Many were shocked by last week’s news that a three-month-old baby had died just hours after being dropped off at his first day at daycare. Particularly surprising about the tragic death of baby Karl Towndrow was the setting. America has grown accustomed to 20/20-style stories of child neglect, abuse, and even death in seedy daycare centers in lower-income neighborhoods. But this happened in SoHo, a trendy and upscale part of New York City, in a loft filled with art and organic snacks, to yuppie parents. The story was a sad reminder that daycare tragedies aren’t confined to America’s lower-income families.

The story struck a nerve among young, urban professionals, many of whom are gravitating towards in-home childcare and away from traditional daycare centers, which, even if high-quality in terms of cleanliness and providers’ experience levels, can have a factory-like feel. As one friend of mine described a high-end daycare center that she considered for her baby in downtown D.C., “it was rows of cribs behind rows of exersaucers behind rows of bouncy seats.”

In addition to feeling cozier, in-home centers can be more affordable than traditional daycare centers, whose costs are simply staggering, even for middle- and upper-class professionals. According to Child Care Aware of America, “In 30 states plus the District of Columbia, the average annual cost for an infant in center-based care was higher than a year’s in-state tuition and fees at a four-year public college.”

Home daycares can cost half as much as daycare centers. One friend who opted to put her daughter in a home-based summer camp pays nine dollars per hour, costing her 48 percent less than the private preschool-based summer camp across the street, 42 percent less than my daughter’s preschool-based summer camp, and a whopping 61 percent less than what my hourly nanny charges. One study found that home-based care centers in New York City cost, on average, 27 percent less than traditional daycares. For couples juggling two careers and trying to make ends meet, the extra several thousand dollars a year is huge. It’s a year’s worth of car insurance, an annual family medical deductible, or the difference between taking a family vacation or not. Add to that the comfort that many parents find in knowing their children’s meals are being cooked on a stove in a kitchen, they are napping in a bedroom, and they’re playing in an environment much more similar to what they know at home.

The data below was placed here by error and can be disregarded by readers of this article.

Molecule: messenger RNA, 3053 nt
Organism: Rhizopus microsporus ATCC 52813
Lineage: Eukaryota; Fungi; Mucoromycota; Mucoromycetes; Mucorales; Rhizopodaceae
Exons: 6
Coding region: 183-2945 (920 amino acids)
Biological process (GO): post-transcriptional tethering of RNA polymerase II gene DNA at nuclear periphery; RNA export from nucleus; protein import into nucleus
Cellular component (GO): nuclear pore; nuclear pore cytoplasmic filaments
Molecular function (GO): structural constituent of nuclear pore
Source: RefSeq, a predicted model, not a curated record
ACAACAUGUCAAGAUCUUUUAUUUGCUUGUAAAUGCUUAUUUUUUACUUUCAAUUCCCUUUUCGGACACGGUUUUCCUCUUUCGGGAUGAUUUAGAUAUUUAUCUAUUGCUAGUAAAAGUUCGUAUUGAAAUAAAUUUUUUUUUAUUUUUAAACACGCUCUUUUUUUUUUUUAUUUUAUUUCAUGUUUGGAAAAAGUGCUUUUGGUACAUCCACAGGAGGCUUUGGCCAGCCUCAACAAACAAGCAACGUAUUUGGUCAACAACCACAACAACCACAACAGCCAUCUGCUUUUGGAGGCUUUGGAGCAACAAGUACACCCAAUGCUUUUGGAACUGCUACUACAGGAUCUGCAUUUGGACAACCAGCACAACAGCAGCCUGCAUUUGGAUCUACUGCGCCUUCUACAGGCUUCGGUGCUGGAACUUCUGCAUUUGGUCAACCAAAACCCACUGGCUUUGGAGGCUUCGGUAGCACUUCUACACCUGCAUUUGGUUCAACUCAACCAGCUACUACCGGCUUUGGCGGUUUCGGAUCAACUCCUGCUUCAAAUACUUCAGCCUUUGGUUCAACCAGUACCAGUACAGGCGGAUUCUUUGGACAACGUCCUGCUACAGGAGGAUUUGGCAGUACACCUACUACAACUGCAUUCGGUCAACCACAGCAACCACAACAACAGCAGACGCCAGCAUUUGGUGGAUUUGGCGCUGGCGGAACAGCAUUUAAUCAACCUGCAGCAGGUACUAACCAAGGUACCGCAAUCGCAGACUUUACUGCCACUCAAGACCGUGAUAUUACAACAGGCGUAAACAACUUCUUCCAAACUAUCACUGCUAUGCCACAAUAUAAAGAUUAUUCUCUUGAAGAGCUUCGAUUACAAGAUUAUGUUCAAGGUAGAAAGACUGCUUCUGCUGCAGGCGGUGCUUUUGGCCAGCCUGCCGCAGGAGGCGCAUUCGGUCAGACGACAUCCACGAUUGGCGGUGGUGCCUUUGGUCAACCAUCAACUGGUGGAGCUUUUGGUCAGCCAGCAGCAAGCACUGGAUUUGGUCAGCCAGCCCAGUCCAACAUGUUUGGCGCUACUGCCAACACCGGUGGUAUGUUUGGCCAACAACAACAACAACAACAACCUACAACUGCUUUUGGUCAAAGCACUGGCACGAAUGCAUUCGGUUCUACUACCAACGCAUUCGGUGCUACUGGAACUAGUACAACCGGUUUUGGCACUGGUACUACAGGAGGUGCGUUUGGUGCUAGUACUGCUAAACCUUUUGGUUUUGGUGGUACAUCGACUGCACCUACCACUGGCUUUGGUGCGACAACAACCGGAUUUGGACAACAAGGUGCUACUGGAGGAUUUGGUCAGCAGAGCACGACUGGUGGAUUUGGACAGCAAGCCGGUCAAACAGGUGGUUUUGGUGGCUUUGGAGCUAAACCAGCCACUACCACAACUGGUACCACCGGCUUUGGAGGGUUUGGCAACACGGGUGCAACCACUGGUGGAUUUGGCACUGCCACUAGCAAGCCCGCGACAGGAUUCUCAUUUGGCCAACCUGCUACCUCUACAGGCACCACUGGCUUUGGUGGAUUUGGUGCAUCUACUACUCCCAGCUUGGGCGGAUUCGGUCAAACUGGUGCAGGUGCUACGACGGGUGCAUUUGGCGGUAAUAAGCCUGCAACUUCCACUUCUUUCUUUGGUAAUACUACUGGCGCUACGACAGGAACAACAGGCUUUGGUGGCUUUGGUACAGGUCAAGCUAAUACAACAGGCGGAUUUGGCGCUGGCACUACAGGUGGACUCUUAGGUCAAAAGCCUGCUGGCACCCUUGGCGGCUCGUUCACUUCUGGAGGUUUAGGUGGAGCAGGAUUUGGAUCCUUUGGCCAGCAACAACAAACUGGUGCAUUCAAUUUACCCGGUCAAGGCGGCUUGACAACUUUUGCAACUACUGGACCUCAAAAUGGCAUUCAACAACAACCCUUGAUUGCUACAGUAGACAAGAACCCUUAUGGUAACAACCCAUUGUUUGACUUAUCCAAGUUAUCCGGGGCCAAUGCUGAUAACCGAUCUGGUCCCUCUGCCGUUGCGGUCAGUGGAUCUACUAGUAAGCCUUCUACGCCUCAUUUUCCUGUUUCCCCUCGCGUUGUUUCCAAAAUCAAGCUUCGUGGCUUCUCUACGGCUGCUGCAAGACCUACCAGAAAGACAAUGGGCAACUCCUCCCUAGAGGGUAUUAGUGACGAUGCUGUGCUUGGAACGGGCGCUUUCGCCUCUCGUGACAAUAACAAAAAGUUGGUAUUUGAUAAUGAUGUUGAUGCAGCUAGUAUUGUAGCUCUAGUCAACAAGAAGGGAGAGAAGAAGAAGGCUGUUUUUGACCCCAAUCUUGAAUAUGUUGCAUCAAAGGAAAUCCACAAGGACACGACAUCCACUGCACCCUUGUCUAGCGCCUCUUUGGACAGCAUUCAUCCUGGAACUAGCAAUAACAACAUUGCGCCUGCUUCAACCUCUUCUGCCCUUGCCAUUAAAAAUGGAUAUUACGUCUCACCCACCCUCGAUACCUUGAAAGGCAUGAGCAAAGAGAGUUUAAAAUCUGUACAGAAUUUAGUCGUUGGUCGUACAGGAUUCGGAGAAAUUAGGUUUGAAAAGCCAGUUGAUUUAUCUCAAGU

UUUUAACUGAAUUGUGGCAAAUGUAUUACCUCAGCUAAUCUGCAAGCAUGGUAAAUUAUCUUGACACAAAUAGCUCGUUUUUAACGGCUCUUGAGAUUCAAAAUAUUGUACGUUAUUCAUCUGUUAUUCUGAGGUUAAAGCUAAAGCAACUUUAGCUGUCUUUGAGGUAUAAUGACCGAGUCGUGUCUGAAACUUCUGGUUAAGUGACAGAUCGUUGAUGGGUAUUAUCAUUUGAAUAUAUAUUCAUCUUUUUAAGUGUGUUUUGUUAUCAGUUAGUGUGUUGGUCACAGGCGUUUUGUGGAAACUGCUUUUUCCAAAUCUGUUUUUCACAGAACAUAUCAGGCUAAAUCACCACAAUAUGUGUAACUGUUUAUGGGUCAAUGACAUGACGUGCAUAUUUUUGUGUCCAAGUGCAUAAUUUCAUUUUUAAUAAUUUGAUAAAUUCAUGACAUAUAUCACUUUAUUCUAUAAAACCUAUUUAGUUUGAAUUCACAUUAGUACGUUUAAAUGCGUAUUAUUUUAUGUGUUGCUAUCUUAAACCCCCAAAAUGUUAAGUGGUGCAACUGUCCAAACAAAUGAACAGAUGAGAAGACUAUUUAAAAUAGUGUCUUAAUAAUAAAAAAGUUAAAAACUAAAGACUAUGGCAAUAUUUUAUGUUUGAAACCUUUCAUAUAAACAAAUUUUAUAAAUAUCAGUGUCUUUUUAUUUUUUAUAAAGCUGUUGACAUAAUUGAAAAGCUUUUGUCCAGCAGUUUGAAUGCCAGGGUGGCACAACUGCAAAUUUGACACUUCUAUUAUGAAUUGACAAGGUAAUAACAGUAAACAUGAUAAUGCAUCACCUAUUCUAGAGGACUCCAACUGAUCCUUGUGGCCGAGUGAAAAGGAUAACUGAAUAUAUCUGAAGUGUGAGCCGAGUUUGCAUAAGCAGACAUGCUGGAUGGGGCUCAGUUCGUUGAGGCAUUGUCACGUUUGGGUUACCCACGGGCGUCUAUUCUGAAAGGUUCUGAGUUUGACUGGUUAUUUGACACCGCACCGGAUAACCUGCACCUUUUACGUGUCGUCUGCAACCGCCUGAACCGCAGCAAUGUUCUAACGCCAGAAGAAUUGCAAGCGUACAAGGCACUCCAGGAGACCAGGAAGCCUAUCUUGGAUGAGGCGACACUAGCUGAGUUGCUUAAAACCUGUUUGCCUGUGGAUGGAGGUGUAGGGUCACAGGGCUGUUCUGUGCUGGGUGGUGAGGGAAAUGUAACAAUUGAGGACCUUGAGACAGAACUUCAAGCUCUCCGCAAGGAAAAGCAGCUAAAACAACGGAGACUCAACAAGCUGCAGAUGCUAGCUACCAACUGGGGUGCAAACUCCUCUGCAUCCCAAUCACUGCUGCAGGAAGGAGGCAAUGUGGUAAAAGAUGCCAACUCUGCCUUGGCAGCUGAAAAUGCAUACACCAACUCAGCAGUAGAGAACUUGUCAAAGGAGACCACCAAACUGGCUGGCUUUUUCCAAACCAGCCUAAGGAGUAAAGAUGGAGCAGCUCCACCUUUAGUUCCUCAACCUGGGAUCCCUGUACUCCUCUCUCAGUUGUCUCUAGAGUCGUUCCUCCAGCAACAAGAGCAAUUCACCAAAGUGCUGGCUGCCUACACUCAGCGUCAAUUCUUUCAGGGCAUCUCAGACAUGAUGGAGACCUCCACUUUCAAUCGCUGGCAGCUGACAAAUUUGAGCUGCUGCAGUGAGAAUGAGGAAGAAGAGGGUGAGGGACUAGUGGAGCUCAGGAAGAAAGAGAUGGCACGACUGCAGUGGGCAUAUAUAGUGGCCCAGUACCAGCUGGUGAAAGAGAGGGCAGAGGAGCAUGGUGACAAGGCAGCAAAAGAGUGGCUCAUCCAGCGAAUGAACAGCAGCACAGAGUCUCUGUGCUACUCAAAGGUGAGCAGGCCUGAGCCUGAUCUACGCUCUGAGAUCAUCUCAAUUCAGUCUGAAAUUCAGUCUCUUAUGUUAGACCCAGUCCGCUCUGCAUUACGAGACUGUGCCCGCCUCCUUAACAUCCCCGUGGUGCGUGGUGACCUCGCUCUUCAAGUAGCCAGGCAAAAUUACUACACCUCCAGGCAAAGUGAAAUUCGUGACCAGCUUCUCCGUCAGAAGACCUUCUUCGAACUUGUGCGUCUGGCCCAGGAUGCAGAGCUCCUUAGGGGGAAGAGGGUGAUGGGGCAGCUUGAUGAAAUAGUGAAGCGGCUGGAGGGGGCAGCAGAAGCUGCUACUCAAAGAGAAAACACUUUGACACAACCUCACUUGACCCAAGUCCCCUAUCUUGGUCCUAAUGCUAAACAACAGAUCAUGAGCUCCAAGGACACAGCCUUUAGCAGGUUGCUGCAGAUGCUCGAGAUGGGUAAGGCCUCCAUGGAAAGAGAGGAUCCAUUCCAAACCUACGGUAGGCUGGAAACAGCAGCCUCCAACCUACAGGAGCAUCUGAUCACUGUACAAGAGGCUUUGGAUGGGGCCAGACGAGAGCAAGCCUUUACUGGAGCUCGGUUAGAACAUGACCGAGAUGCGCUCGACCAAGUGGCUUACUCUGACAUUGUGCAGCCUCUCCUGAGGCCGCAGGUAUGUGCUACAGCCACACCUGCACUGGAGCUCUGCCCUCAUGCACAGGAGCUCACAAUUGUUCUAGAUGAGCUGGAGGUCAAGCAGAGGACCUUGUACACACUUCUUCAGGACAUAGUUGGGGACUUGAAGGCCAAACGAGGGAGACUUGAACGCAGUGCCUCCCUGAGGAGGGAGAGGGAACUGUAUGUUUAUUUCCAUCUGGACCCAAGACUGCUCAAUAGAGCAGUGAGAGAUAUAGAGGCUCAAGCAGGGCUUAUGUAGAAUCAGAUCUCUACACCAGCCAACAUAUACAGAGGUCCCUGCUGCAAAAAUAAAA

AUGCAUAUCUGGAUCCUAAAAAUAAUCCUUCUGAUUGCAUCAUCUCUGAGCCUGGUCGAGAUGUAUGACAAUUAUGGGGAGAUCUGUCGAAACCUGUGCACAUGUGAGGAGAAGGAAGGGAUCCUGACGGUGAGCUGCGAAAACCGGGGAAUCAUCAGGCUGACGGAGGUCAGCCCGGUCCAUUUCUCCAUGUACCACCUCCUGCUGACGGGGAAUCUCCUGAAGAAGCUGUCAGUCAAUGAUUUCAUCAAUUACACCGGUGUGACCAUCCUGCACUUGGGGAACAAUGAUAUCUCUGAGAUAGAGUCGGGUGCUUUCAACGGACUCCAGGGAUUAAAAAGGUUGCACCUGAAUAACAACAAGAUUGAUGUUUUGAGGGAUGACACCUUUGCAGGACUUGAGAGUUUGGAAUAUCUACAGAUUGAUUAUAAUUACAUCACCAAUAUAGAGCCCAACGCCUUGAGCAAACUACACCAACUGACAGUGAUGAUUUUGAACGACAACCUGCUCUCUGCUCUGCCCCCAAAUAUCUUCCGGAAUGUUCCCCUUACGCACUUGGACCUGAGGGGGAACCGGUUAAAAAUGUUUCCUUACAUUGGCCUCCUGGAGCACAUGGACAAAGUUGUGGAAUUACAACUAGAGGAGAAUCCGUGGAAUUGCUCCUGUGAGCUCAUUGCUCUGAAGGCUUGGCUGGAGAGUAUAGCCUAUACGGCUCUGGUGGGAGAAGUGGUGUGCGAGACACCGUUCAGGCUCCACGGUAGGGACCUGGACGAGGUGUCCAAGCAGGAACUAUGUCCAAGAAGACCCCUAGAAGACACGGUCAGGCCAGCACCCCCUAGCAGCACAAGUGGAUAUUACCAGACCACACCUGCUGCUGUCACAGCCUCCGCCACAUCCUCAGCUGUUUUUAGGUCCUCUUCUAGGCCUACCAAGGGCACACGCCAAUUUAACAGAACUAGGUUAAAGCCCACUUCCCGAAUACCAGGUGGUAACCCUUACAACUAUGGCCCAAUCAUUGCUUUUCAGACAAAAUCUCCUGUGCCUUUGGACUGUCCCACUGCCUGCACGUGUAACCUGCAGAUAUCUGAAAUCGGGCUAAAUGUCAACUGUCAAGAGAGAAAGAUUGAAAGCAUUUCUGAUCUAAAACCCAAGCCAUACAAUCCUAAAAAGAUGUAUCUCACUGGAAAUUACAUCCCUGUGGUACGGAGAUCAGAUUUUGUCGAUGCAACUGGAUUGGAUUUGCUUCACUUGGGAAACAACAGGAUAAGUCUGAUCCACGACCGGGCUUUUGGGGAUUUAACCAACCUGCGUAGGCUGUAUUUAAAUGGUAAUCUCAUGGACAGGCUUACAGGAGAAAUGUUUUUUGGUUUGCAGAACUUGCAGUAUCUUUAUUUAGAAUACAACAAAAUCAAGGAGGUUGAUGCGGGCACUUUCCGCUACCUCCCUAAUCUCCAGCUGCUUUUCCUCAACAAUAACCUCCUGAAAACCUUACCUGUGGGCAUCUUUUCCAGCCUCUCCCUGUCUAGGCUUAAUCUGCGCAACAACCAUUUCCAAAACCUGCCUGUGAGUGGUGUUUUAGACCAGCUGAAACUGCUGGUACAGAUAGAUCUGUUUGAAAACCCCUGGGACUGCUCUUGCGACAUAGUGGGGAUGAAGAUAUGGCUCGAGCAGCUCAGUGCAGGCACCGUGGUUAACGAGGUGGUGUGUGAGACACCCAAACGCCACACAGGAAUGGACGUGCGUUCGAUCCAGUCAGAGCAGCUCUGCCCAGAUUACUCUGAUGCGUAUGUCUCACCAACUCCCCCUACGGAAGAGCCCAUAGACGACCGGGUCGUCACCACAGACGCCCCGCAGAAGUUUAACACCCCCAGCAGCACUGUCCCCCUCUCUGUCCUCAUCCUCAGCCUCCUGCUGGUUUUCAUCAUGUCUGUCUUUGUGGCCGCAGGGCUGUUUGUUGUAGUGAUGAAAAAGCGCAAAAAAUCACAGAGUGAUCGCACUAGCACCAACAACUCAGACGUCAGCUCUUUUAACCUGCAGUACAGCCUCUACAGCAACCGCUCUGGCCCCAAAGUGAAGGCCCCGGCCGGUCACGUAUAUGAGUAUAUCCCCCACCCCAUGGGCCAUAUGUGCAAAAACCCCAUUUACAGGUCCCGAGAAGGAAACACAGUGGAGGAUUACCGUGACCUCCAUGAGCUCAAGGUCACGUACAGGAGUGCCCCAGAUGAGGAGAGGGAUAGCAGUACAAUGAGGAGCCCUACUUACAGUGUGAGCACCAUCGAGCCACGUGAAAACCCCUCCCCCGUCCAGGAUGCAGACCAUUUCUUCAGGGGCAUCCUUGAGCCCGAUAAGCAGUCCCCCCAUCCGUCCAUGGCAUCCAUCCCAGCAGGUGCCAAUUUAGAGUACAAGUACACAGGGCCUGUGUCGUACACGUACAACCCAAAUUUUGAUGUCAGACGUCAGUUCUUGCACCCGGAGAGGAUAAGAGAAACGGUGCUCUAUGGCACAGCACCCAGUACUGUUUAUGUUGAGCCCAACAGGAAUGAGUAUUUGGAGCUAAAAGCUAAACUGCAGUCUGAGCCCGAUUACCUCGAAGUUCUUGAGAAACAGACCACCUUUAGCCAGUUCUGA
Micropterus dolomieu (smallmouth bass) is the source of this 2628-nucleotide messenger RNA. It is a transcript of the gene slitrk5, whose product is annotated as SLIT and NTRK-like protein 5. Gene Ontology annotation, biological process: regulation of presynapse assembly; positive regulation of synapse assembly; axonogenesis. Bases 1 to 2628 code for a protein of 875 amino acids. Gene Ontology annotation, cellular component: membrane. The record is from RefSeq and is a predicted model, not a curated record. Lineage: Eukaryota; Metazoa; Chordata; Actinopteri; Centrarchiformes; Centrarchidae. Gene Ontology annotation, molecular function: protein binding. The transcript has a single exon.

But is it a safe alternative? In one story documented in the New York Times, a D.C. mother and lawyer who struggled to find affordable daycare eventually opted to put her child into an in-home daycare. Only after three years did she discover that the alleged caregiver was actually busy selling herbal supplements while a different person watched the kids, who were once left in the care of a single aide in a house with two snakes and attack dogs that were not always kept separate. A rise in demand for in-home centers has led to the multiplication of unlicensed centers which entice with costs that are even lower than those of licensed home-based daycares. In Virginia alone, there are thought to be thousands of caregivers operating unlicensed daycares from their homes, some of them with felony backgrounds.

Anyone skeptical of government efficacy and overregulation might wonder if licensing really does anything to protect children. In the tragic case of baby Towndrow in New York City, the still somewhat mysterious Sudden Infant Death Syndrome (SIDS) is thought to be a likely cause of death, and the baby was in the age window when it peaks. As one law enforcement official put it, “We wouldn’t even be talking about this case if the baby had died at home. Since he died at an unlicensed day-care center in Soho, it’s getting blown out of proportion.” A few thousand babies die each year of SIDS, many of them in the loving care of attentive parents. But the example of Virginia would suggest that regulating home care does make a difference. In the last decade, forty-three children died in unregulated home daycares, versus seventeen in licensed child-care settings, per a Washington Post investigation.

Even if it was just a freak incident of SIDS that happened to fall on the first day a child was apart from his parents, the SoHo story plays right into the fears of the many parents who are moving away from traditional daycare. Those fears are not ungrounded. At-home daycare is the emerging market in childcare industry, and it has many virtues. It’s an affordable, convenient, and homey alternative to center-based care. In more than a few cases, it’s also an unlicensed and unsafe one. The SoHo story highlights the reality that it’s not just lower-income couples who struggle to afford basic care for their children. Even so, it’s never worth looking the other way when it comes to the law.